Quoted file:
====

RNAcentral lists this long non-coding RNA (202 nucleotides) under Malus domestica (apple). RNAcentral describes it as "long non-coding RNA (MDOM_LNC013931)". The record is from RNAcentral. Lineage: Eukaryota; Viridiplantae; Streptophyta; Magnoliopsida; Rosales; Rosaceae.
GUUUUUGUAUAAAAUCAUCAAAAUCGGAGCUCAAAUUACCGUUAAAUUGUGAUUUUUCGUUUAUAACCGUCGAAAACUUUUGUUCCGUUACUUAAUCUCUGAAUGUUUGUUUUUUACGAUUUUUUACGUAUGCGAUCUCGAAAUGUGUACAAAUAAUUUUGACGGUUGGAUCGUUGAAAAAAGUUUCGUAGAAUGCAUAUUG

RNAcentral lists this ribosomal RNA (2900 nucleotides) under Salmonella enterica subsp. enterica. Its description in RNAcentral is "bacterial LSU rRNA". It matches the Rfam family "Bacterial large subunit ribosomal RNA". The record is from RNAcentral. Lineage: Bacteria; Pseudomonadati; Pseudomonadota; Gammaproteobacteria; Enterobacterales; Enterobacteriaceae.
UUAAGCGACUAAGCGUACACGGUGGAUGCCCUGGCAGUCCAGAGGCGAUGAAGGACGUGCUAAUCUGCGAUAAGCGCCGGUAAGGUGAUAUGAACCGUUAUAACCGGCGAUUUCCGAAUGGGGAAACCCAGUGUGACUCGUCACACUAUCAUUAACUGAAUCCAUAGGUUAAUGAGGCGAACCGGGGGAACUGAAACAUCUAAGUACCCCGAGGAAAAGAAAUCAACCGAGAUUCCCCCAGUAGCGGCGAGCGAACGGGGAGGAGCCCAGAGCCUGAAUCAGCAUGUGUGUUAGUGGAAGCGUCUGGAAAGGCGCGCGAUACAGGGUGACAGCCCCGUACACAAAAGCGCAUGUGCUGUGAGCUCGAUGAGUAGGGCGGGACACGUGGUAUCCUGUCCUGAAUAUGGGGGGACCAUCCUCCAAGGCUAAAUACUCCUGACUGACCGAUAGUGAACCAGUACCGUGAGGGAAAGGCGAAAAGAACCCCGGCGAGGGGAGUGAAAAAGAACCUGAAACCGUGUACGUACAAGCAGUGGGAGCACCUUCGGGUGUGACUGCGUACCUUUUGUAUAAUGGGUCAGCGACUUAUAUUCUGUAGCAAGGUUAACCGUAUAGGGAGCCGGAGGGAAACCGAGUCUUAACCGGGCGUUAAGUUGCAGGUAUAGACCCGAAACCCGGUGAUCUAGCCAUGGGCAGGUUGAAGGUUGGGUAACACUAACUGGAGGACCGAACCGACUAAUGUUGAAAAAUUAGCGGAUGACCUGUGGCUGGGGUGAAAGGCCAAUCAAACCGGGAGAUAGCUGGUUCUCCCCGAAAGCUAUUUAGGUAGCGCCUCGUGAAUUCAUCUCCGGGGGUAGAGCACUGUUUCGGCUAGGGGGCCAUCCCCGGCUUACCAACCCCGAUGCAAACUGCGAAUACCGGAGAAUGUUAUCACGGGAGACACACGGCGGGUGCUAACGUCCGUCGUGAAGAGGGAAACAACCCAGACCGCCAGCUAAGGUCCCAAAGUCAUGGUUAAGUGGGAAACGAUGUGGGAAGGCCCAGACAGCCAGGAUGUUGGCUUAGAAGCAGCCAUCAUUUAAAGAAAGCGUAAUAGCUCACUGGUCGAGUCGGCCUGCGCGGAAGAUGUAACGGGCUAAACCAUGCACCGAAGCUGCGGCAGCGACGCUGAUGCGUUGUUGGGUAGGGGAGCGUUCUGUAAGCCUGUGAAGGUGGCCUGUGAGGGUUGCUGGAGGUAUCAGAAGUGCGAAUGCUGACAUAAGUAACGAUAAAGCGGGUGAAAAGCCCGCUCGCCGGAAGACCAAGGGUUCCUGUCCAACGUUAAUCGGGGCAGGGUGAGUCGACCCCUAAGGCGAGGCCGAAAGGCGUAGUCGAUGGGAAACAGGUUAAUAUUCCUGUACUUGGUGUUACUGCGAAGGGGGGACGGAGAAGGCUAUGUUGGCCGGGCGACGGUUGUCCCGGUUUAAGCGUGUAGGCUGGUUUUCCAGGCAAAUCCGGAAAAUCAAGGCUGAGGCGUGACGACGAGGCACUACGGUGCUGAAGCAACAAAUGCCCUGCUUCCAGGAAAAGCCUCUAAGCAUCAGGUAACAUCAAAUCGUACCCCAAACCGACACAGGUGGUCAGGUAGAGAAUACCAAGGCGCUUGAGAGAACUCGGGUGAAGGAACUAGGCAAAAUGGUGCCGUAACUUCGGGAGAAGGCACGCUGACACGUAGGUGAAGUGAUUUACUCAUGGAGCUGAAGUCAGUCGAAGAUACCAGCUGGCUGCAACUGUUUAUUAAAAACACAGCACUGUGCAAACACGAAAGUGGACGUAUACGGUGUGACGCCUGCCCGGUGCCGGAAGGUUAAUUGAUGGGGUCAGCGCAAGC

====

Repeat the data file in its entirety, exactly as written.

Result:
RNAcentral lists this long non-coding RNA (202 nucleotides) under Malus domestica (apple). RNAcentral describes it as "long non-coding RNA (MDOM_LNC013931)". The record is from RNAcentral. Lineage: Eukaryota; Viridiplantae; Streptophyta; Magnoliopsida; Rosales; Rosaceae.
GUUUUUGUAUAAAAUCAUCAAAAUCGGAGCUCAAAUUACCGUUAAAUUGUGAUUUUUCGUUUAUAACCGUCGAAAACUUUUGUUCCGUUACUUAAUCUCUGAAUGUUUGUUUUUUACGAUUUUUUACGUAUGCGAUCUCGAAAUGUGUACAAAUAAUUUUGACGGUUGGAUCGUUGAAAAAAGUUUCGUAGAAUGCAUAUUG

RNAcentral lists this ribosomal RNA (2900 nucleotides) under Salmonella enterica subsp. enterica. Its description in RNAcentral is "bacterial LSU rRNA". It matches the Rfam family "Bacterial large subunit ribosomal RNA". The record is from RNAcentral. Lineage: Bacteria; Pseudomonadati; Pseudomonadota; Gammaproteobacteria; Enterobacterales; Enterobacteriaceae.
UUAAGCGACUAAGCGUACACGGUGGAUGCCCUGGCAGUCCAGAGGCGAUGAAGGACGUGCUAAUCUGCGAUAAGCGCCGGUAAGGUGAUAUGAACCGUUAUAACCGGCGAUUUCCGAAUGGGGAAACCCAGUGUGACUCGUCACACUAUCAUUAACUGAAUCCAUAGGUUAAUGAGGCGAACCGGGGGAACUGAAACAUCUAAGUACCCCGAGGAAAAGAAAUCAACCGAGAUUCCCCCAGUAGCGGCGAGCGAACGGGGAGGAGCCCAGAGCCUGAAUCAGCAUGUGUGUUAGUGGAAGCGUCUGGAAAGGCGCGCGAUACAGGGUGACAGCCCCGUACACAAAAGCGCAUGUGCUGUGAGCUCGAUGAGUAGGGCGGGACACGUGGUAUCCUGUCCUGAAUAUGGGGGGACCAUCCUCCAAGGCUAAAUACUCCUGACUGACCGAUAGUGAACCAGUACCGUGAGGGAAAGGCGAAAAGAACCCCGGCGAGGGGAGUGAAAAAGAACCUGAAACCGUGUACGUACAAGCAGUGGGAGCACCUUCGGGUGUGACUGCGUACCUUUUGUAUAAUGGGUCAGCGACUUAUAUUCUGUAGCAAGGUUAACCGUAUAGGGAGCCGGAGGGAAACCGAGUCUUAACCGGGCGUUAAGUUGCAGGUAUAGACCCGAAACCCGGUGAUCUAGCCAUGGGCAGGUUGAAGGUUGGGUAACACUAACUGGAGGACCGAACCGACUAAUGUUGAAAAAUUAGCGGAUGACCUGUGGCUGGGGUGAAAGGCCAAUCAAACCGGGAGAUAGCUGGUUCUCCCCGAAAGCUAUUUAGGUAGCGCCUCGUGAAUUCAUCUCCGGGGGUAGAGCACUGUUUCGGCUAGGGGGCCAUCCCCGGCUUACCAACCCCGAUGCAAACUGCGAAUACCGGAGAAUGUUAUCACGGGAGACACACGGCGGGUGCUAACGUCCGUCGUGAAGAGGGAAACAACCCAGACCGCCAGCUAAGGUCCCAAAGUCAUGGUUAAGUGGGAAACGAUGUGGGAAGGCCCAGACAGCCAGGAUGUUGGCUUAGAAGCAGCCAUCAUUUAAAGAAAGCGUAAUAGCUCACUGGUCGAGUCGGCCUGCGCGGAAGAUGUAACGGGCUAAACCAUGCACCGAAGCUGCGGCAGCGACGCUGAUGCGUUGUUGGGUAGGGGAGCGUUCUGUAAGCCUGUGAAGGUGGCCUGUGAGGGUUGCUGGAGGUAUCAGAAGUGCGAAUGCUGACAUAAGUAACGAUAAAGCGGGUGAAAAGCCCGCUCGCCGGAAGACCAAGGGUUCCUGUCCAACGUUAAUCGGGGCAGGGUGAGUCGACCCCUAAGGCGAGGCCGAAAGGCGUAGUCGAUGGGAAACAGGUUAAUAUUCCUGUACUUGGUGUUACUGCGAAGGGGGGACGGAGAAGGCUAUGUUGGCCGGGCGACGGUUGUCCCGGUUUAAGCGUGUAGGCUGGUUUUCCAGGCAAAUCCGGAAAAUCAAGGCUGAGGCGUGACGACGAGGCACUACGGUGCUGAAGCAACAAAUGCCCUGCUUCCAGGAAAAGCCUCUAAGCAUCAGGUAACAUCAAAUCGUACCCCAAACCGACACAGGUGGUCAGGUAGAGAAUACCAAGGCGCUUGAGAGAACUCGGGUGAAGGAACUAGGCAAAAUGGUGCCGUAACUUCGGGAGAAGGCACGCUGACACGUAGGUGAAGUGAUUUACUCAUGGAGCUGAAGUCAGUCGAAGAUACCAGCUGGCUGCAACUGUUUAUUAAAAACACAGCACUGUGCAAACACGAAAGUGGACGUAUACGGUGUGACGCCUGCCCGGUGCCGGAAGGUUAAUUGAUGGGGUCAGCGCAAGC